The Deals Lens - What will bring home the bacon for private equity in 2015?

Private equity (PE) houses in Europe wrote fewer new cheques on their new deals compared to those they banked following exits in 2014.  This might lead you to thinking it was a bad year for PE.  On the contrary, improved trading and buoyant equity markets helped valuations and allowed many houses to exit from assets they’d held over a very challenging period.


2014 saw the welcome revival of the initial public offering (IPO) route to exit and also renewed activity in the corporate buyer market.  Both were up hugely on 2013 in terms of the value they returned to PE vendors.  In fact, with the double whammy of anaemic growth and a weak currency in Europe, plus the UK general election bringing discontinuity, 2014 looks in hindsight like a golden window for exits. So, if you got out last year, well done.


So what for PE in 2015? 

With the IPO market losing air, there will be more assets on the market at lower valuations.  The "IPO only" won't be the norm it was in 2014.  We’re likely to enter a slightly perverse phase where PE new deal volumes will be up whilst the received market wisdom is that times are tougher.  Couple this with huge quantities of dry powder (unspent piles of PE cash to you and me) and freely available debt and it could make for a heady mergers and acquisitions (M&A) market.


Such conditions are likely to drive up deal pricing, but not to the heady IPO pricing levels of 2014.  To find value PE buyers might now veer towards super-cyclical assets that have been drifting in the doldrums for some time – automotive supply chain enterprises, or heavy engineering, for example – companies likely to see later cycle macro growth by the time an exit arrives in 3-4 years’ time.  An element of stability and then adventure will also return to the financial services market; the Asset Quality Review (AQR) having some sanitising benefit and encouraging PE houses to look again at spin outs from the battered sector.


Non-core asset sales

Expect action too from global corporates selling non-core assets as they fine tune their portfolios for the next wave of economic growth which, for them, has a global slant. Consumer brands in particular are looking hard at their roster of products and are moving towards decisions about what they stick with and promote globally, and those products which they consider non-core and should be sold.  A raft of familiar but currently unloved consumer brands in Western Europe are heading to market in 2015.  They’ll get the attention of PE houses and headline writers alike.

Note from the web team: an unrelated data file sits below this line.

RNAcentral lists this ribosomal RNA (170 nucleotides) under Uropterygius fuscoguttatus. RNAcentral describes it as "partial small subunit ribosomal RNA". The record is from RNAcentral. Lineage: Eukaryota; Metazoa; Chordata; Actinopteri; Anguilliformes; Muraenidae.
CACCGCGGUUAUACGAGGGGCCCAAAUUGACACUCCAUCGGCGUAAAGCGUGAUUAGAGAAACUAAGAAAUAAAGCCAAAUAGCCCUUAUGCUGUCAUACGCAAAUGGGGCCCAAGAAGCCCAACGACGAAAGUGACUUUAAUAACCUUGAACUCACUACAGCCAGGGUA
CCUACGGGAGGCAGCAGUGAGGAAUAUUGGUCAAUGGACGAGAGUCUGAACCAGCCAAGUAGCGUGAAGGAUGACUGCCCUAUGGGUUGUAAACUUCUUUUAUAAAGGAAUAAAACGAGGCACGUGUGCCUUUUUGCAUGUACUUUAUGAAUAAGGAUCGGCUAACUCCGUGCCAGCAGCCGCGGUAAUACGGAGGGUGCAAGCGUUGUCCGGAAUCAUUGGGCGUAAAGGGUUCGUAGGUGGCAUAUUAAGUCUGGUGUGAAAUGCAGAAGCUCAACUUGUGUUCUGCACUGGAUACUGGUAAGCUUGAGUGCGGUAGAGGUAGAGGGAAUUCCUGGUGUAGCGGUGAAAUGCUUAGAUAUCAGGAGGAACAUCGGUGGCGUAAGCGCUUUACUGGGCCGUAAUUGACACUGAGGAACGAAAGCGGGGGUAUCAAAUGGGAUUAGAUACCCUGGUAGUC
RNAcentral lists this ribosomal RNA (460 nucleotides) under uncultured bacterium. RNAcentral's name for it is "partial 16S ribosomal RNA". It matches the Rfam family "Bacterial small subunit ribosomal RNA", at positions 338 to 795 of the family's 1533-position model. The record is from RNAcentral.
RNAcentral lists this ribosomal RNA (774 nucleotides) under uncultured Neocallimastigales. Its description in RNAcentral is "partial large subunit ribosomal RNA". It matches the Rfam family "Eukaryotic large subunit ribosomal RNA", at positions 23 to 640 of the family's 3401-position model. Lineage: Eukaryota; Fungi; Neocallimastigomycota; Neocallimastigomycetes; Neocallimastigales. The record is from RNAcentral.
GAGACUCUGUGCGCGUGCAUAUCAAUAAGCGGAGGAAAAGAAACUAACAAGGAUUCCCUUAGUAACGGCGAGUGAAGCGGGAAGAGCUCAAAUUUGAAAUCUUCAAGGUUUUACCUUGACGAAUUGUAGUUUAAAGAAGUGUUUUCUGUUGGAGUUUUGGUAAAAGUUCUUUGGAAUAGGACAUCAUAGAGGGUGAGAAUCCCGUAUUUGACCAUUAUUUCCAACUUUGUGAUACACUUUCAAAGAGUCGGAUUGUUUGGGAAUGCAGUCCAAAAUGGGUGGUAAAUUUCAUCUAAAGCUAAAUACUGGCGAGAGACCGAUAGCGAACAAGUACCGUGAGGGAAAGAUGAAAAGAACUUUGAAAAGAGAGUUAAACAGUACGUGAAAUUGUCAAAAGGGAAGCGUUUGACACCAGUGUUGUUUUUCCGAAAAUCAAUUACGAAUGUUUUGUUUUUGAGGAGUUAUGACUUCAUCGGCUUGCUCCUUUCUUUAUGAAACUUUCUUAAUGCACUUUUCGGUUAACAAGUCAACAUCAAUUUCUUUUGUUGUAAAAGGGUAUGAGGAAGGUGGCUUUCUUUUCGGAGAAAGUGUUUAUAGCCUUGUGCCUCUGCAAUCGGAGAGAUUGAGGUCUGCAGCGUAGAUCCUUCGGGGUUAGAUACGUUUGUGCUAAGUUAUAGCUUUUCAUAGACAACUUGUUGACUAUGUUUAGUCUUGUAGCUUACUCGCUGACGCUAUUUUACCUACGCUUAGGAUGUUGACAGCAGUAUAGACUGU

Financial engineering won’t bring home the bacon

The last great cycle of PE was in the run up to 2008, when PE houses were seemingly able to make money by buying assets and then watching the values rise.  Buying well, financial engineering and patience yielded great returns.  Those days are gone, and they’re not coming back any time soon.  2015 will see assets available at seemingly attractive prices but, in the mid-term at least, financial engineering alone won’t bring home the bacon and could even be a recipe for losing the farm.  Profit in this cycle will be hard won with the market favouring investors with strong strategic capabilities, able to work well with the incumbent management teams and importing the right skills at the right time.


What sector(s) will bring home your bacon in 2015 and beyond…and why? Share your thoughts below or schedule a meeting to discuss your investment strategy in confidence.

James Fillingham | Deals Partner
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